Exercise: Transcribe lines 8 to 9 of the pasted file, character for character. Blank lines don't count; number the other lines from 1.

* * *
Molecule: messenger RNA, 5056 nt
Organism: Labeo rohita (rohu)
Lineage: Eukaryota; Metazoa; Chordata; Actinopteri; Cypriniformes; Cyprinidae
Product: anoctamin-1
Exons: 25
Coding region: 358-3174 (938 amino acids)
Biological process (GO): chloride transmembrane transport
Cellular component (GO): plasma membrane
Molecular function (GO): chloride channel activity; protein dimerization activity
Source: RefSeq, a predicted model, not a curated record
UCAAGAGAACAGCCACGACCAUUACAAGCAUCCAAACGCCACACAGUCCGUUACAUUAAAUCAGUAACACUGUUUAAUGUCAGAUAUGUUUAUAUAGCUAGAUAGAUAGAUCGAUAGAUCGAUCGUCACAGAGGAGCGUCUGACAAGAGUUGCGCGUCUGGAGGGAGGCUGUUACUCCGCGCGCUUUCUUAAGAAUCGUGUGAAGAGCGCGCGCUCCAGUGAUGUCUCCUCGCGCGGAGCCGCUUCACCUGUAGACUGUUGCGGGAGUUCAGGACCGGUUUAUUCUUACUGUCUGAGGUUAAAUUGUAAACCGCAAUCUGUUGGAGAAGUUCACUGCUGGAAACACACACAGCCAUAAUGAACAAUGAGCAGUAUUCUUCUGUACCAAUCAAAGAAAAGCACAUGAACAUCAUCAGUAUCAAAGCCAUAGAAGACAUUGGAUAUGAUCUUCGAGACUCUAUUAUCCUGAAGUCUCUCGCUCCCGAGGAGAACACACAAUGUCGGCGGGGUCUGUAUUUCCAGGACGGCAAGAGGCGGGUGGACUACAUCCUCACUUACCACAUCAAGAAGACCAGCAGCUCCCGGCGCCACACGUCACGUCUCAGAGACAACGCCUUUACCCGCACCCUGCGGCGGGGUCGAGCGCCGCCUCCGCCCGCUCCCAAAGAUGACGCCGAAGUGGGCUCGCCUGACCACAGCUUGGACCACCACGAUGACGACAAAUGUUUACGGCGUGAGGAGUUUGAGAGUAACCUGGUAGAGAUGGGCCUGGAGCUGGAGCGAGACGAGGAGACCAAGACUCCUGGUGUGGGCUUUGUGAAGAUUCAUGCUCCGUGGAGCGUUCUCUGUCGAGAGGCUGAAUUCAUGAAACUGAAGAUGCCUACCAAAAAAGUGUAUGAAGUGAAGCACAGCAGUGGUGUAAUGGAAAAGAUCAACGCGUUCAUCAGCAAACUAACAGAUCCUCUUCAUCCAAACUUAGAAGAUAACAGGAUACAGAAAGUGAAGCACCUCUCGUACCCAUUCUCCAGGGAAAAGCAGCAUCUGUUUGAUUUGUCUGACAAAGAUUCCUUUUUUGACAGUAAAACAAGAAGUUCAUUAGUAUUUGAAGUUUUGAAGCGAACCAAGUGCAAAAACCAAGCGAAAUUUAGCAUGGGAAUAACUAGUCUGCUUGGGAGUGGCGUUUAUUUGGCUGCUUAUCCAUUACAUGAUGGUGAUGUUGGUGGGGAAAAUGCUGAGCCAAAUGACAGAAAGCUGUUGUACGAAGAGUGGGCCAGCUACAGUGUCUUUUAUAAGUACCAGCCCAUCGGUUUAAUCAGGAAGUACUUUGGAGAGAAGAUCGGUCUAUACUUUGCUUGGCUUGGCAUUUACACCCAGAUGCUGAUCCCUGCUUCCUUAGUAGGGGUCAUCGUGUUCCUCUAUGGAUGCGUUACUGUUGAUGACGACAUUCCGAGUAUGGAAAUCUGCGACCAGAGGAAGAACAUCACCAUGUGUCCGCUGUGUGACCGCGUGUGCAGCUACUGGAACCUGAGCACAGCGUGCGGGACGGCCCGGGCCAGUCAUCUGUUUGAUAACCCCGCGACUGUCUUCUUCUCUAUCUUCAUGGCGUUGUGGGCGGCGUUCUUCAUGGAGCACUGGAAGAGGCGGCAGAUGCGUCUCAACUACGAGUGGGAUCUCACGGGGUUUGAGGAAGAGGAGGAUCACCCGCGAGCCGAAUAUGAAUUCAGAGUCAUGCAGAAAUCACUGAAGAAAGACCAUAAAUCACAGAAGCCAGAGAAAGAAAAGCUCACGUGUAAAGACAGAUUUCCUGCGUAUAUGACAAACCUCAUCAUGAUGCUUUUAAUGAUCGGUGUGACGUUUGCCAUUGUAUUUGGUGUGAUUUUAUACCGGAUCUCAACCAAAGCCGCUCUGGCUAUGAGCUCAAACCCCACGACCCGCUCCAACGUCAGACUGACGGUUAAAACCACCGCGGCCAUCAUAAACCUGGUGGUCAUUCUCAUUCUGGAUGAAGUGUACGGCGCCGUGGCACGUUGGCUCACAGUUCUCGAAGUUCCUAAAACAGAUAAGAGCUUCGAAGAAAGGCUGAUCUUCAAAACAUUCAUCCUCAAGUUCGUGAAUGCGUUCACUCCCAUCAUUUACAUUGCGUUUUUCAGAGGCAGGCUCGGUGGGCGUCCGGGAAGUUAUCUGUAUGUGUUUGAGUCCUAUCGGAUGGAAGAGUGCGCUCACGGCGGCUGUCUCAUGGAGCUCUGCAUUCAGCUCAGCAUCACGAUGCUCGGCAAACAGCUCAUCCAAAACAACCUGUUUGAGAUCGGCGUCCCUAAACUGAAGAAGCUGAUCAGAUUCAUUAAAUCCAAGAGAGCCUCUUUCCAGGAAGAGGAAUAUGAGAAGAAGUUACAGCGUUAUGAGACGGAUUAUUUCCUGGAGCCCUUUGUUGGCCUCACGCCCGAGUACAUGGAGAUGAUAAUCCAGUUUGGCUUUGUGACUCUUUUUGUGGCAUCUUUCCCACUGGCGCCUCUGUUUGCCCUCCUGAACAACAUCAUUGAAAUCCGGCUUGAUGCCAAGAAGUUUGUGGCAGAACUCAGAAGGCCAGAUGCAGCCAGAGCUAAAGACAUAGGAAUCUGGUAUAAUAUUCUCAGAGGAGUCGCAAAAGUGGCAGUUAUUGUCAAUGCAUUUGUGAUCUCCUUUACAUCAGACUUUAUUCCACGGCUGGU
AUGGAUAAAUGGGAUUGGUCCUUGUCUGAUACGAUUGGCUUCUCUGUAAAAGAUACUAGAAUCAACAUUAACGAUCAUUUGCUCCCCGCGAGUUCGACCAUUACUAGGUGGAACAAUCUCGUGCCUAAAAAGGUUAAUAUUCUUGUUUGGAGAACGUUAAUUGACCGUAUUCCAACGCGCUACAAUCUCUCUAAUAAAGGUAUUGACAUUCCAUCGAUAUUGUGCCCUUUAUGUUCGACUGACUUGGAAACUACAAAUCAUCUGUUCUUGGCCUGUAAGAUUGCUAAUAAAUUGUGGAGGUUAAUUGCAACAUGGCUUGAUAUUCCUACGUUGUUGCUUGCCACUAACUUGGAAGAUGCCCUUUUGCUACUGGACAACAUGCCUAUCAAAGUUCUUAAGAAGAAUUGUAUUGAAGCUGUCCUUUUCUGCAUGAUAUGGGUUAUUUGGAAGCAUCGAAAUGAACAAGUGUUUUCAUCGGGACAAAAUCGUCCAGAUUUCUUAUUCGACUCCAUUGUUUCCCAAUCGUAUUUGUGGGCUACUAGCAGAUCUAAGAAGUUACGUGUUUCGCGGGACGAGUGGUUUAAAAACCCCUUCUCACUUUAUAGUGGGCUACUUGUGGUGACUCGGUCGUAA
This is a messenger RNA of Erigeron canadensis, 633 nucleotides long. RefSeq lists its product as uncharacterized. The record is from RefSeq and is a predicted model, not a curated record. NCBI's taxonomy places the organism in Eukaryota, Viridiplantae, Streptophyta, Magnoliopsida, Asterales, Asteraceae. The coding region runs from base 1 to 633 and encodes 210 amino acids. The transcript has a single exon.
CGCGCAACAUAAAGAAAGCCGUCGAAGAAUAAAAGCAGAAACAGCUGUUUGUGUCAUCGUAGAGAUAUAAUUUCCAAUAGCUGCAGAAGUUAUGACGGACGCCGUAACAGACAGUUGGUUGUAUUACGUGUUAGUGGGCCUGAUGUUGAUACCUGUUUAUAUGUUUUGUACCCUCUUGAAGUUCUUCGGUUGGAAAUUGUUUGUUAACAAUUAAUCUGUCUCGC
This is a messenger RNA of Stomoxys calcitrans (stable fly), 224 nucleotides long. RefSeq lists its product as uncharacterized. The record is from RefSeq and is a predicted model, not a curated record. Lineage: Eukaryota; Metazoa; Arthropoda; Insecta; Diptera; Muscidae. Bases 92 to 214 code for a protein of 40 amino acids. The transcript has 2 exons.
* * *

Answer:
Cellular component (GO): plasma membrane
Molecular function (GO): chloride channel activity; protein dimerization activity